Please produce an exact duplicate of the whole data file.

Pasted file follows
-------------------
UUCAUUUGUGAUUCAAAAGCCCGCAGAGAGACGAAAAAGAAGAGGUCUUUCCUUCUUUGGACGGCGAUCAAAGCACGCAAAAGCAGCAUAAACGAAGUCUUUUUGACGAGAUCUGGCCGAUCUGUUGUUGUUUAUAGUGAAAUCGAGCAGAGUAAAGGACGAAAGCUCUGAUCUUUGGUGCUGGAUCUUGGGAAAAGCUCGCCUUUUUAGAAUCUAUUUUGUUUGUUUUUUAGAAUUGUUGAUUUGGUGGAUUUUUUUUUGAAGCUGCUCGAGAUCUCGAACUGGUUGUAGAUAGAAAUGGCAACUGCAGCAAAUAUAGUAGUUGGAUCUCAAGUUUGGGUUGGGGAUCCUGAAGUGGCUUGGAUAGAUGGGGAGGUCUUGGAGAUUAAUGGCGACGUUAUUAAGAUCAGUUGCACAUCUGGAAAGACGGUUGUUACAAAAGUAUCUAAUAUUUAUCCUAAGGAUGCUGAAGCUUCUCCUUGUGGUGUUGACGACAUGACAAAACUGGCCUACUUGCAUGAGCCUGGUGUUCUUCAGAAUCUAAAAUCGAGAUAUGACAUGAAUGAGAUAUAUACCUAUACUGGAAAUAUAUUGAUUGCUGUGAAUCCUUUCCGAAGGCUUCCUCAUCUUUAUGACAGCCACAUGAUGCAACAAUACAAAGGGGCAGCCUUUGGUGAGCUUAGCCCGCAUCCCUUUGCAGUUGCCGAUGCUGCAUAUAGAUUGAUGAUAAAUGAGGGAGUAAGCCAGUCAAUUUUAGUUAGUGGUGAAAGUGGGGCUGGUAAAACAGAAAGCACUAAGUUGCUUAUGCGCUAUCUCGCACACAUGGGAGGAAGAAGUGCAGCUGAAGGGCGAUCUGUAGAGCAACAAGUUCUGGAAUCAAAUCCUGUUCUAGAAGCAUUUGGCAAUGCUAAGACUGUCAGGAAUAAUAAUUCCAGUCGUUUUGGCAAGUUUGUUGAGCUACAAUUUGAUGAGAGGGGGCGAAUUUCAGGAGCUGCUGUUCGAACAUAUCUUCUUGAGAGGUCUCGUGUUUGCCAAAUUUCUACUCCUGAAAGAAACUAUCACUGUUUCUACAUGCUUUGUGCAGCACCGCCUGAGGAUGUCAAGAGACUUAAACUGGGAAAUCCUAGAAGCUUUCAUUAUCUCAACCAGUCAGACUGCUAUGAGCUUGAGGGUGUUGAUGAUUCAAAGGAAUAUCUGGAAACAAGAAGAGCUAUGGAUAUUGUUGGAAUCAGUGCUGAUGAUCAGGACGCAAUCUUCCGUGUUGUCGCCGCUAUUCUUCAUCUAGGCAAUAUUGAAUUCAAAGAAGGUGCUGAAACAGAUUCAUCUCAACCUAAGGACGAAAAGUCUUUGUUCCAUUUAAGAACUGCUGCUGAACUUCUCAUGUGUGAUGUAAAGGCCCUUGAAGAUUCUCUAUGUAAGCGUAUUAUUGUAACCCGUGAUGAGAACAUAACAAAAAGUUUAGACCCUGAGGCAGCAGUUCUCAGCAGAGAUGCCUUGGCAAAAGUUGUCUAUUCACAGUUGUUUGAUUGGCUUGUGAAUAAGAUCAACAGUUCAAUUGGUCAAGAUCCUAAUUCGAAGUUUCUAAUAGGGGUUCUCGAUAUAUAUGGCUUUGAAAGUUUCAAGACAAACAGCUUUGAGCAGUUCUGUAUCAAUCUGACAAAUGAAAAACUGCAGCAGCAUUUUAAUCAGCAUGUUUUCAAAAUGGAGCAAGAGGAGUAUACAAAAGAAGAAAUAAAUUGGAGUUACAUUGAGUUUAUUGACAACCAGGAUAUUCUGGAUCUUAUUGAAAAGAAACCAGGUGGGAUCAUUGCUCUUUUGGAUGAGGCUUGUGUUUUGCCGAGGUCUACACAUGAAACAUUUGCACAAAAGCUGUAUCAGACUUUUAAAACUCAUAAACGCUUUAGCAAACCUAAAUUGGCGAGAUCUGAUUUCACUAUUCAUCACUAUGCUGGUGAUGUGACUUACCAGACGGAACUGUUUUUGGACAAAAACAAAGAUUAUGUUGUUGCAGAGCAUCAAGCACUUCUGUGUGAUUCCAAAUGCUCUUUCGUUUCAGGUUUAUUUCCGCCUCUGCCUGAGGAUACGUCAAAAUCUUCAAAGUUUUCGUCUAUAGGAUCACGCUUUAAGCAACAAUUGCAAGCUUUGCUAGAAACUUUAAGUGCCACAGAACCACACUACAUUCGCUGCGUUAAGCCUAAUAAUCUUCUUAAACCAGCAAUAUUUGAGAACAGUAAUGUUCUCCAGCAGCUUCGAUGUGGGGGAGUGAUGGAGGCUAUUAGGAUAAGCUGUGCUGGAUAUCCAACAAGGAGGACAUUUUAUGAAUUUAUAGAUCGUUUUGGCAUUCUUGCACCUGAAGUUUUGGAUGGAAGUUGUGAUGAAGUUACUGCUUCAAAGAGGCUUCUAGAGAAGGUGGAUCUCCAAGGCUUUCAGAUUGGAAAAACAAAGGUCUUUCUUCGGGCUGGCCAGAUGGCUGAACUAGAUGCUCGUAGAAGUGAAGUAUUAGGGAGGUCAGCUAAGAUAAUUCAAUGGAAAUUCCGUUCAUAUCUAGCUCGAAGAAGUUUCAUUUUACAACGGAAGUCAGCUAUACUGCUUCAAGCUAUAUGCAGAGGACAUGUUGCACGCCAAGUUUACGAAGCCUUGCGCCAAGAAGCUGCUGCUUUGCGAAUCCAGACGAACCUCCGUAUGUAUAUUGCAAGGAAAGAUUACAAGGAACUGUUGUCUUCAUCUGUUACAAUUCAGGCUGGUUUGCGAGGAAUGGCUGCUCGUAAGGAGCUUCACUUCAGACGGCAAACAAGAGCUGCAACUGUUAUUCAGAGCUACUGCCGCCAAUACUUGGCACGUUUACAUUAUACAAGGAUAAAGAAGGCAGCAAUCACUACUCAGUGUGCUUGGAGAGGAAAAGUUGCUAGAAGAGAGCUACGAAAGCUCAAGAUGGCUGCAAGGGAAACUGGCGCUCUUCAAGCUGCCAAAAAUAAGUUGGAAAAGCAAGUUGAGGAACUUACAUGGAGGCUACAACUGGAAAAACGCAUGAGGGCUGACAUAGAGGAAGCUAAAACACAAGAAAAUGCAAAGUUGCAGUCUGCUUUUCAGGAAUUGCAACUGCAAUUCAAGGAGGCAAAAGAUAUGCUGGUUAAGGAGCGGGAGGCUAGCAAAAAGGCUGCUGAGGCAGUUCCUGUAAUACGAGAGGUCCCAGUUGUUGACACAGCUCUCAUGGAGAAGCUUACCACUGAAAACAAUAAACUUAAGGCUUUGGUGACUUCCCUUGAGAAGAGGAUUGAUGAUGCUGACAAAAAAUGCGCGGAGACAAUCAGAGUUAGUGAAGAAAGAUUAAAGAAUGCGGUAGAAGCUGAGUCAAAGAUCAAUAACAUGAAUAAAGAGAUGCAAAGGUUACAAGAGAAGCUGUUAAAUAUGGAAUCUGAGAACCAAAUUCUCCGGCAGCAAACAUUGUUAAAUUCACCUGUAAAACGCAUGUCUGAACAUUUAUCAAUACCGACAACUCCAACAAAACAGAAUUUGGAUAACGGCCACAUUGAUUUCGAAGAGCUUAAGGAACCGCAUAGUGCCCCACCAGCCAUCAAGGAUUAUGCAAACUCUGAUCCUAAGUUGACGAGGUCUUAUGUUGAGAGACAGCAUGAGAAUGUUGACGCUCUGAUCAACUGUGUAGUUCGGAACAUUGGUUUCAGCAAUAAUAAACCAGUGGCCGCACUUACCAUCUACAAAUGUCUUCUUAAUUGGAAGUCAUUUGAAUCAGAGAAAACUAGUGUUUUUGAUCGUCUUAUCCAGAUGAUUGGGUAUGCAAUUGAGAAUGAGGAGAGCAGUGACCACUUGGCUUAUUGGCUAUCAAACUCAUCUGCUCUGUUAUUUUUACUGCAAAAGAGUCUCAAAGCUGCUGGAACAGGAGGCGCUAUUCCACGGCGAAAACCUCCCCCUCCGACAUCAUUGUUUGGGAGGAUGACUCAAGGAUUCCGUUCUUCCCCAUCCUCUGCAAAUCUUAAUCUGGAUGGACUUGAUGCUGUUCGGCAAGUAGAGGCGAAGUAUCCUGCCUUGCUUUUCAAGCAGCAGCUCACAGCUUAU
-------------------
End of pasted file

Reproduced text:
UUCAUUUGUGAUUCAAAAGCCCGCAGAGAGACGAAAAAGAAGAGGUCUUUCCUUCUUUGGACGGCGAUCAAAGCACGCAAAAGCAGCAUAAACGAAGUCUUUUUGACGAGAUCUGGCCGAUCUGUUGUUGUUUAUAGUGAAAUCGAGCAGAGUAAAGGACGAAAGCUCUGAUCUUUGGUGCUGGAUCUUGGGAAAAGCUCGCCUUUUUAGAAUCUAUUUUGUUUGUUUUUUAGAAUUGUUGAUUUGGUGGAUUUUUUUUUGAAGCUGCUCGAGAUCUCGAACUGGUUGUAGAUAGAAAUGGCAACUGCAGCAAAUAUAGUAGUUGGAUCUCAAGUUUGGGUUGGGGAUCCUGAAGUGGCUUGGAUAGAUGGGGAGGUCUUGGAGAUUAAUGGCGACGUUAUUAAGAUCAGUUGCACAUCUGGAAAGACGGUUGUUACAAAAGUAUCUAAUAUUUAUCCUAAGGAUGCUGAAGCUUCUCCUUGUGGUGUUGACGACAUGACAAAACUGGCCUACUUGCAUGAGCCUGGUGUUCUUCAGAAUCUAAAAUCGAGAUAUGACAUGAAUGAGAUAUAUACCUAUACUGGAAAUAUAUUGAUUGCUGUGAAUCCUUUCCGAAGGCUUCCUCAUCUUUAUGACAGCCACAUGAUGCAACAAUACAAAGGGGCAGCCUUUGGUGAGCUUAGCCCGCAUCCCUUUGCAGUUGCCGAUGCUGCAUAUAGAUUGAUGAUAAAUGAGGGAGUAAGCCAGUCAAUUUUAGUUAGUGGUGAAAGUGGGGCUGGUAAAACAGAAAGCACUAAGUUGCUUAUGCGCUAUCUCGCACACAUGGGAGGAAGAAGUGCAGCUGAAGGGCGAUCUGUAGAGCAACAAGUUCUGGAAUCAAAUCCUGUUCUAGAAGCAUUUGGCAAUGCUAAGACUGUCAGGAAUAAUAAUUCCAGUCGUUUUGGCAAGUUUGUUGAGCUACAAUUUGAUGAGAGGGGGCGAAUUUCAGGAGCUGCUGUUCGAACAUAUCUUCUUGAGAGGUCUCGUGUUUGCCAAAUUUCUACUCCUGAAAGAAACUAUCACUGUUUCUACAUGCUUUGUGCAGCACCGCCUGAGGAUGUCAAGAGACUUAAACUGGGAAAUCCUAGAAGCUUUCAUUAUCUCAACCAGUCAGACUGCUAUGAGCUUGAGGGUGUUGAUGAUUCAAAGGAAUAUCUGGAAACAAGAAGAGCUAUGGAUAUUGUUGGAAUCAGUGCUGAUGAUCAGGACGCAAUCUUCCGUGUUGUCGCCGCUAUUCUUCAUCUAGGCAAUAUUGAAUUCAAAGAAGGUGCUGAAACAGAUUCAUCUCAACCUAAGGACGAAAAGUCUUUGUUCCAUUUAAGAACUGCUGCUGAACUUCUCAUGUGUGAUGUAAAGGCCCUUGAAGAUUCUCUAUGUAAGCGUAUUAUUGUAACCCGUGAUGAGAACAUAACAAAAAGUUUAGACCCUGAGGCAGCAGUUCUCAGCAGAGAUGCCUUGGCAAAAGUUGUCUAUUCACAGUUGUUUGAUUGGCUUGUGAAUAAGAUCAACAGUUCAAUUGGUCAAGAUCCUAAUUCGAAGUUUCUAAUAGGGGUUCUCGAUAUAUAUGGCUUUGAAAGUUUCAAGACAAACAGCUUUGAGCAGUUCUGUAUCAAUCUGACAAAUGAAAAACUGCAGCAGCAUUUUAAUCAGCAUGUUUUCAAAAUGGAGCAAGAGGAGUAUACAAAAGAAGAAAUAAAUUGGAGUUACAUUGAGUUUAUUGACAACCAGGAUAUUCUGGAUCUUAUUGAAAAGAAACCAGGUGGGAUCAUUGCUCUUUUGGAUGAGGCUUGUGUUUUGCCGAGGUCUACACAUGAAACAUUUGCACAAAAGCUGUAUCAGACUUUUAAAACUCAUAAACGCUUUAGCAAACCUAAAUUGGCGAGAUCUGAUUUCACUAUUCAUCACUAUGCUGGUGAUGUGACUUACCAGACGGAACUGUUUUUGGACAAAAACAAAGAUUAUGUUGUUGCAGAGCAUCAAGCACUUCUGUGUGAUUCCAAAUGCUCUUUCGUUUCAGGUUUAUUUCCGCCUCUGCCUGAGGAUACGUCAAAAUCUUCAAAGUUUUCGUCUAUAGGAUCACGCUUUAAGCAACAAUUGCAAGCUUUGCUAGAAACUUUAAGUGCCACAGAACCACACUACAUUCGCUGCGUUAAGCCUAAUAAUCUUCUUAAACCAGCAAUAUUUGAGAACAGUAAUGUUCUCCAGCAGCUUCGAUGUGGGGGAGUGAUGGAGGCUAUUAGGAUAAGCUGUGCUGGAUAUCCAACAAGGAGGACAUUUUAUGAAUUUAUAGAUCGUUUUGGCAUUCUUGCACCUGAAGUUUUGGAUGGAAGUUGUGAUGAAGUUACUGCUUCAAAGAGGCUUCUAGAGAAGGUGGAUCUCCAAGGCUUUCAGAUUGGAAAAACAAAGGUCUUUCUUCGGGCUGGCCAGAUGGCUGAACUAGAUGCUCGUAGAAGUGAAGUAUUAGGGAGGUCAGCUAAGAUAAUUCAAUGGAAAUUCCGUUCAUAUCUAGCUCGAAGAAGUUUCAUUUUACAACGGAAGUCAGCUAUACUGCUUCAAGCUAUAUGCAGAGGACAUGUUGCACGCCAAGUUUACGAAGCCUUGCGCCAAGAAGCUGCUGCUUUGCGAAUCCAGACGAACCUCCGUAUGUAUAUUGCAAGGAAAGAUUACAAGGAACUGUUGUCUUCAUCUGUUACAAUUCAGGCUGGUUUGCGAGGAAUGGCUGCUCGUAAGGAGCUUCACUUCAGACGGCAAACAAGAGCUGCAACUGUUAUUCAGAGCUACUGCCGCCAAUACUUGGCACGUUUACAUUAUACAAGGAUAAAGAAGGCAGCAAUCACUACUCAGUGUGCUUGGAGAGGAAAAGUUGCUAGAAGAGAGCUACGAAAGCUCAAGAUGGCUGCAAGGGAAACUGGCGCUCUUCAAGCUGCCAAAAAUAAGUUGGAAAAGCAAGUUGAGGAACUUACAUGGAGGCUACAACUGGAAAAACGCAUGAGGGCUGACAUAGAGGAAGCUAAAACACAAGAAAAUGCAAAGUUGCAGUCUGCUUUUCAGGAAUUGCAACUGCAAUUCAAGGAGGCAAAAGAUAUGCUGGUUAAGGAGCGGGAGGCUAGCAAAAAGGCUGCUGAGGCAGUUCCUGUAAUACGAGAGGUCCCAGUUGUUGACACAGCUCUCAUGGAGAAGCUUACCACUGAAAACAAUAAACUUAAGGCUUUGGUGACUUCCCUUGAGAAGAGGAUUGAUGAUGCUGACAAAAAAUGCGCGGAGACAAUCAGAGUUAGUGAAGAAAGAUUAAAGAAUGCGGUAGAAGCUGAGUCAAAGAUCAAUAACAUGAAUAAAGAGAUGCAAAGGUUACAAGAGAAGCUGUUAAAUAUGGAAUCUGAGAACCAAAUUCUCCGGCAGCAAACAUUGUUAAAUUCACCUGUAAAACGCAUGUCUGAACAUUUAUCAAUACCGACAACUCCAACAAAACAGAAUUUGGAUAACGGCCACAUUGAUUUCGAAGAGCUUAAGGAACCGCAUAGUGCCCCACCAGCCAUCAAGGAUUAUGCAAACUCUGAUCCUAAGUUGACGAGGUCUUAUGUUGAGAGACAGCAUGAGAAUGUUGACGCUCUGAUCAACUGUGUAGUUCGGAACAUUGGUUUCAGCAAUAAUAAACCAGUGGCCGCACUUACCAUCUACAAAUGUCUUCUUAAUUGGAAGUCAUUUGAAUCAGAGAAAACUAGUGUUUUUGAUCGUCUUAUCCAGAUGAUUGGGUAUGCAAUUGAGAAUGAGGAGAGCAGUGACCACUUGGCUUAUUGGCUAUCAAACUCAUCUGCUCUGUUAUUUUUACUGCAAAAGAGUCUCAAAGCUGCUGGAACAGGAGGCGCUAUUCCACGGCGAAAACCUCCCCCUCCGACAUCAUUGUUUGGGAGGAUGACUCAAGGAUUCCGUUCUUCCCCAUCCUCUGCAAAUCUUAAUCUGGAUGGACUUGAUGCUGUUCGGCAAGUAGAGGCGAAGUAUCCUGCCUUGCUUUUCAAGCAGCAGCUCACAGCUUAU